Back in New York, the TV executives reveal their plan to release the footage. They play Monroe sections of the team's earlier movie 'Last Road to Hell' and inform him that their methods of documentary making were not always the most scrupulous. This spurns him on to examine the tapes, which leads us into the second, and significantly more horrifying, section of the movie.

What is shown in the Yeats footage is truly barbaric, savage and cruel, but the perpetrators are not the cannibal tribes. The actions of the crew are reprehensible; they perform acts of rape, violence and disrespect against the tribes and did nothing but plead for their grisly fate. The rough camerawork serves to add to the 'Mondo' style which Deodato was satirizing, with gruesome scenes of animal mutilation juxtaposed with acts of dissection, amputation, impalement and assault upon the human cast members. The director claims that all the animals that were killed onscreen were used as food and shared with the natives, but this does not make it any less harrowing to sit through.

The emphasis is on the impact which westerners have on indigenous societies and it is not a complimentary portrait. In one particular section, Yeats and his crew rape a young tribal girl, who is brutally executed by her own people for the shame which the attack has brought upon her and her family. Yeats then fawns in mock repulsion as he discovers her body, feigning that he is utterly confounded as to why the tribe would do something like this. The impalement is shown in such graphic detail (with the pole seemingly entering the girl's groin and coming out of her mouth) that no one could attest to how Cannibal Holocaust couldn't be a snuff film. The truth finally materialized that the girl was sitting on a bicycle seat which was placed on top of a small pole, she then balanced a piece of light balsa wood in her mouth and a few gallons of fake blood were poured over her to hide all of the tell tale signs. The effect is astounding, iconic and remains one of the most chilling images in 20th Century horror.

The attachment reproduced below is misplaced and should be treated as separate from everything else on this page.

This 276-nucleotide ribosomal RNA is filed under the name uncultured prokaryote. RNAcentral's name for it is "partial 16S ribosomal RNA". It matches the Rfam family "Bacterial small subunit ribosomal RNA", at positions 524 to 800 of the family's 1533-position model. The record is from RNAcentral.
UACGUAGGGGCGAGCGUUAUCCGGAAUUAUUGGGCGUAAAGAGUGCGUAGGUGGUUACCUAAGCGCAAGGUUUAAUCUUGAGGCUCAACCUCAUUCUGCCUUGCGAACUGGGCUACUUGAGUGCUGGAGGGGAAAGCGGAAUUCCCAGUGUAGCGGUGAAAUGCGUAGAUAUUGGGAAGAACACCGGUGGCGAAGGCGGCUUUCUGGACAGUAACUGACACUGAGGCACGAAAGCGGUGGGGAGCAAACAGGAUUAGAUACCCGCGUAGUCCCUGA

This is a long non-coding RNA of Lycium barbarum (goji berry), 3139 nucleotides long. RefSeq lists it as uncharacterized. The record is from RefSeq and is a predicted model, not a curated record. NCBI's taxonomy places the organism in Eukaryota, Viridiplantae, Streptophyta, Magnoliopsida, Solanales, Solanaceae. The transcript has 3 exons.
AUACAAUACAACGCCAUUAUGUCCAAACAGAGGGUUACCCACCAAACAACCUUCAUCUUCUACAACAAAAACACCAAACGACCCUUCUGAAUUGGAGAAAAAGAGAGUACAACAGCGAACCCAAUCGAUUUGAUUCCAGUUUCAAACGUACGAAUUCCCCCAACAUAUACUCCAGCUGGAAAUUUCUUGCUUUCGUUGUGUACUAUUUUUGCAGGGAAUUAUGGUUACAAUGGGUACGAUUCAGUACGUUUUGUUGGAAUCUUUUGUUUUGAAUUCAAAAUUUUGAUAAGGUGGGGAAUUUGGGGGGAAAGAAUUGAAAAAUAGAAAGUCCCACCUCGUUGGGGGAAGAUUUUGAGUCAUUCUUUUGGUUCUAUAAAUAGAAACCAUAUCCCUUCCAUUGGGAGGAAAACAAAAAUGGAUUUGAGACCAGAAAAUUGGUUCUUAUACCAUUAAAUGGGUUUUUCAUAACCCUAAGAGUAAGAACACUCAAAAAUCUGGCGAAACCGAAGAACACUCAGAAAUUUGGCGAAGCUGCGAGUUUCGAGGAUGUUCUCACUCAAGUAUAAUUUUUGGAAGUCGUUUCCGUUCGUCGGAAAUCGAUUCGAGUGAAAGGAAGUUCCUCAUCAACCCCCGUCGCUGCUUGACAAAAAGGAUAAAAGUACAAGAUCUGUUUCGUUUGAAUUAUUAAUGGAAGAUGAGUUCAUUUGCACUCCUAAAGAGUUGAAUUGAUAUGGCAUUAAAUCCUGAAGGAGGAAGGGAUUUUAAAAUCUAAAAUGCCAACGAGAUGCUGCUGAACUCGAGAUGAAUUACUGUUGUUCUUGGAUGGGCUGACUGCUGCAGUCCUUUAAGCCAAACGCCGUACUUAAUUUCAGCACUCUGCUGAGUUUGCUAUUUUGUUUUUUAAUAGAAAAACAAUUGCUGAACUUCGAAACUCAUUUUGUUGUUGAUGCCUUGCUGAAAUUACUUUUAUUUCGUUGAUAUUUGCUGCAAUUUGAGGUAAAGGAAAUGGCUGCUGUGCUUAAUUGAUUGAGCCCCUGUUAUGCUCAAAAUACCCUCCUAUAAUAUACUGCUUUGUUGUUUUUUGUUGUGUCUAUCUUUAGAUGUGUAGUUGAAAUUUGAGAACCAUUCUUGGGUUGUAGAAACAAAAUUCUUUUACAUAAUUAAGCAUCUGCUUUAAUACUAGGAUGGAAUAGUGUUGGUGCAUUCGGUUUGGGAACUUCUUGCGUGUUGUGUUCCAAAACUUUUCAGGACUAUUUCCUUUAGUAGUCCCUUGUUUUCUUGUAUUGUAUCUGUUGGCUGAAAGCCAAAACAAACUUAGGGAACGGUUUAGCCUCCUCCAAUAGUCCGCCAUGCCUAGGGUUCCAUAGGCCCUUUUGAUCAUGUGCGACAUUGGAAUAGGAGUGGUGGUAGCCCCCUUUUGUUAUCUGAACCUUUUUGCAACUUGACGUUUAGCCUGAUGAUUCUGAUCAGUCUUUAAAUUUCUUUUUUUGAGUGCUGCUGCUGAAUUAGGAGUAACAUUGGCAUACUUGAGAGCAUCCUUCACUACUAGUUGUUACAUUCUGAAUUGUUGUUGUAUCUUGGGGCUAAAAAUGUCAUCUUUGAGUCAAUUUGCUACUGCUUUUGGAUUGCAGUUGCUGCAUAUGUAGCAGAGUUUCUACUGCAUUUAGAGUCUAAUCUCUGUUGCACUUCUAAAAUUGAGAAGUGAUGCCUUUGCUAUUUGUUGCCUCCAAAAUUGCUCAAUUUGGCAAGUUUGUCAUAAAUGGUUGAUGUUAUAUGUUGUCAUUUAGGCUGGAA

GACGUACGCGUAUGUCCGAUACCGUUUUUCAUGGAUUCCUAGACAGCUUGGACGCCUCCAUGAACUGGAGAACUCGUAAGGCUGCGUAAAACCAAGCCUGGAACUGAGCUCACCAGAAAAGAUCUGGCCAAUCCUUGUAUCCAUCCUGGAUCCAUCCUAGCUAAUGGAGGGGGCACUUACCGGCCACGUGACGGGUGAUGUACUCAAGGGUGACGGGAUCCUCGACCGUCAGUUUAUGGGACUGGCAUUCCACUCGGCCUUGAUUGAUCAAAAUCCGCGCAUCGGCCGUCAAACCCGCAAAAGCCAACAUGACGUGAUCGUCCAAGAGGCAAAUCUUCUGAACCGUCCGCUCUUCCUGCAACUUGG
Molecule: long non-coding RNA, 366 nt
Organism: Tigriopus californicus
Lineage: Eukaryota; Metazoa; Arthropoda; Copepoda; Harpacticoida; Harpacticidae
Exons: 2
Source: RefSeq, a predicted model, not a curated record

The visceral nature of the movie is accentuated by one of the most haunting scores in memory, provided by Riz Ortolani, with an unforgettable title theme which, upon future listens will forever evoke the accompanying images as clear as if they were taking place before your very eyes. What really sets Cannibal Holocaust apart from the rest of the Video Nasties (because some of them are truly awful) is that it is an exceptionally well made movie. It might not be anything resembling subtle, with the social commentary practically spelt out for the viewer, but its professional and highly stylized cinematography and structure remain wholly admirable to this day. Deodato has claimed that he was suffering from a serious bout of depression at the time when he made the movie. He attests the motivation behind it to the exploitative coverage of terrorism on television at the time and wanted to expose this. He had journeyed into the realm of the cannibal movie four years earlier in Last Cannibal World, but it was a far less effective feature.

As grotesque, unpleasant and genuinely disturbing as Cannibal Holocaust is, it remains an inarguable classic. There is an ugly beauty to this movie which is representative of so much in the world; the environment portrayed is so harsh, yet equally fragile. It's one of the few examples of a film which is equally gratifying and grueling, not in its savagery, but in its execution. It's a testament to just how good a genre picture can be. The reason for this being that it shows that every one of us and our so called 'civilized society' are the greatest monsters of all. To finish on Monroe's final line in the movie; 'I wonder who the real cannibals are?'

(1:36:56) (released in 2001 with 5m 44s cut to remove most animal cruelty and rape scenes, new version approved with 15s cut in 2011)